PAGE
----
Nigeria’s Battle to Overturn $10bn Gas Arbitration Award Continues in UK Today
Hearing continues today, and a judge’s ruling will determine whether the Nigeria’s government can continue its appeal and present its full case of alleged fraud in the $10 billion, P&ID judgment against Nigeria in UK in 2017.
The battle to overturn the arbitration award against Nigeria peaked yesterday as the federal government said it has uncovered previously unknown payments to the daughter of a Nigerian official. Reuters said the Nigerian lawyers told the court on Monday that fresh evidence showed that a case of bribe taking had been established.
It will be recalled that Process & Industrial Developments (P&ID), a firm set up to carry out a gas project in Nigeria, won a $6.6 billion arbitration award after the 2010 deal collapsed. It was also reported that the court award has been accruing interest since 2013 and is now worth nearly $10 billion, and have lingered largely because could not attend to the litigation.
Since 2019, when the news broke, Nigeria has been battling legally to upturn the judgement. It seeks permission in the English courts to appeal the award, despite having missed the 28-day appeal deadline. Nigeria’s current claim is that there were certain payments from companies related to P&ID to one Vera Taiga, eleven days before the deal was signed. The young lady’s mother, Mrs. Grace Taiga, was the chief lawyer for the Petroleum Ministry at the time when this deal was sealed in 2017.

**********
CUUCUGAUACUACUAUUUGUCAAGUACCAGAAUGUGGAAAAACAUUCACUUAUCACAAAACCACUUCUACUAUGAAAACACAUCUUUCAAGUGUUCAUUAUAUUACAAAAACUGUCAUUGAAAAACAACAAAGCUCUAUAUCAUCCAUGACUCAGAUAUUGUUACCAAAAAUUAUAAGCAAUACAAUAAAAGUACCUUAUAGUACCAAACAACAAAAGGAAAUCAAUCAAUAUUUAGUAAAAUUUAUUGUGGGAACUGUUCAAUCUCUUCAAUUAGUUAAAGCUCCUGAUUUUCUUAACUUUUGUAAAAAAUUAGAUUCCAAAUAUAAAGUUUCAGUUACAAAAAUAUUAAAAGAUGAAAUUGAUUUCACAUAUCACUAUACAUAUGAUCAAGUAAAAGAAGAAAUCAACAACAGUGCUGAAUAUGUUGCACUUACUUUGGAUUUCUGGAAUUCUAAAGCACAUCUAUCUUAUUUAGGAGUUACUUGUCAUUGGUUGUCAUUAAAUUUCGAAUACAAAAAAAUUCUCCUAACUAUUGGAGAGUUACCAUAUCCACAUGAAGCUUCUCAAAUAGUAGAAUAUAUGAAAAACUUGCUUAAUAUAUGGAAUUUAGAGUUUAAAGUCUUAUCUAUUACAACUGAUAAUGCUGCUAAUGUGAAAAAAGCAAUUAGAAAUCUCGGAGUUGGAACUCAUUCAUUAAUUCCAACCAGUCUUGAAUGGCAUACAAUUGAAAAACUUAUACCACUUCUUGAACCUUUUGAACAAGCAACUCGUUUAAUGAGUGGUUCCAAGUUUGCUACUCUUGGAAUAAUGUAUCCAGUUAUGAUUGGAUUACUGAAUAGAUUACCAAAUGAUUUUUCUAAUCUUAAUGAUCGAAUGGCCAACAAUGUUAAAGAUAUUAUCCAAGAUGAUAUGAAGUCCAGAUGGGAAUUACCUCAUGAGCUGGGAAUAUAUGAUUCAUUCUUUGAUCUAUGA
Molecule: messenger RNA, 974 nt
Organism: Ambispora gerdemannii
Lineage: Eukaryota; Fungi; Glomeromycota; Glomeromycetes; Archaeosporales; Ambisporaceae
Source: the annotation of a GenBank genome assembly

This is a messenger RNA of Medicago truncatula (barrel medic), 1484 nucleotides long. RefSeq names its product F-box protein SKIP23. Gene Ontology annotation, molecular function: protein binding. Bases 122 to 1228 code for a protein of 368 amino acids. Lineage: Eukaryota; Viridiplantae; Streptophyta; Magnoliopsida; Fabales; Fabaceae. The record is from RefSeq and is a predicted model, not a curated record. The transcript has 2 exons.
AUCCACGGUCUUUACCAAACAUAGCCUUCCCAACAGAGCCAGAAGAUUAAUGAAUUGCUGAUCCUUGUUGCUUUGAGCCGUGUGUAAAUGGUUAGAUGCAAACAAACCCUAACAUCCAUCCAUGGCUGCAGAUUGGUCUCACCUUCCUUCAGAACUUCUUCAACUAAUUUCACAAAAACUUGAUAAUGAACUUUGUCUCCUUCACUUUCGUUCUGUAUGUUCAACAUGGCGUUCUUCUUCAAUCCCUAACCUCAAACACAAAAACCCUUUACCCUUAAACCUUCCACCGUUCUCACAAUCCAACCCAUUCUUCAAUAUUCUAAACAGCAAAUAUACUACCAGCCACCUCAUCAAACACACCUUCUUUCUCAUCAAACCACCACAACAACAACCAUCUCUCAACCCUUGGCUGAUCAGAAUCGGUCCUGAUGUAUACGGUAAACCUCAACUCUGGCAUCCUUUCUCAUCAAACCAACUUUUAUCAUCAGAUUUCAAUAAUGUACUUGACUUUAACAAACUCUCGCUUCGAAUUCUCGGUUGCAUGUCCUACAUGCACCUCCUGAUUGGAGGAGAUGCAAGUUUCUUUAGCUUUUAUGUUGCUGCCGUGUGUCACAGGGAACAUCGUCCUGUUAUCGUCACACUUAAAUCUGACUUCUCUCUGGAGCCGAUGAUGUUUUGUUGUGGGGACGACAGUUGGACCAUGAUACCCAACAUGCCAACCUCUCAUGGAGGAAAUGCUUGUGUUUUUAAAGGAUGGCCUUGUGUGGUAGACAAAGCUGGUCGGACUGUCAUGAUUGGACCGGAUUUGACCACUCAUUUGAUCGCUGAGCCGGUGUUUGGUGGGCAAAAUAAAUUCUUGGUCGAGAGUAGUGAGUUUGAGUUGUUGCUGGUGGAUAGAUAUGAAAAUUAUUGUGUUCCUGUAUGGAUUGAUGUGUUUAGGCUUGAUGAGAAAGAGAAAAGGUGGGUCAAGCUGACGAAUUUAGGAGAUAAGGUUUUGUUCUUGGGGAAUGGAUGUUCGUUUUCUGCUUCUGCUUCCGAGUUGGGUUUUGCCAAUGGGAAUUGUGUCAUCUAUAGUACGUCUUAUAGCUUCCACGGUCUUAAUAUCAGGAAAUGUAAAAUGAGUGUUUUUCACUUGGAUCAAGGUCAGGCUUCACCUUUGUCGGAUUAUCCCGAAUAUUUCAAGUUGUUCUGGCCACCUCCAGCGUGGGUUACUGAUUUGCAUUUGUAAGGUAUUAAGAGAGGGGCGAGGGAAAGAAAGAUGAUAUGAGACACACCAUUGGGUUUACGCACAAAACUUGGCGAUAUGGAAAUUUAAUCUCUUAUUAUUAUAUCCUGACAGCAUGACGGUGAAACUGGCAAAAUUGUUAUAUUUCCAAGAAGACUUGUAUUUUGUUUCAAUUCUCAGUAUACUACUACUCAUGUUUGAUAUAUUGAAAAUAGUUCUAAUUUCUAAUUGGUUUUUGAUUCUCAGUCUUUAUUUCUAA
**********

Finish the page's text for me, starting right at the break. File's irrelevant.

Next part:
“The government said one payment of $4,969.50 was made on Dec. 30 2009, and a second of $5,000 on Jan. 31 2012. The payments came to light following a U.S. discovery order in New York, it said. The government also said P&ID officials, and companies linked to it, paid several other officials in relation to the deal,” the news agency reported yesterday.
In Nigeria, Mrs Taiga was charged for anti-graft in 2019 by the Economic and Financial Crimes Commission (EFCC), but the former ministry official who is on bail denied any wrong doing.
P&ID has said Nigeria is engaged in a “manufactured fraud investigation” that has denied its subjects due process. In a skeleton legal argument, its lawyers said the payments were legitimate and for medical expenses.
Chibisi Ohakah, Abuja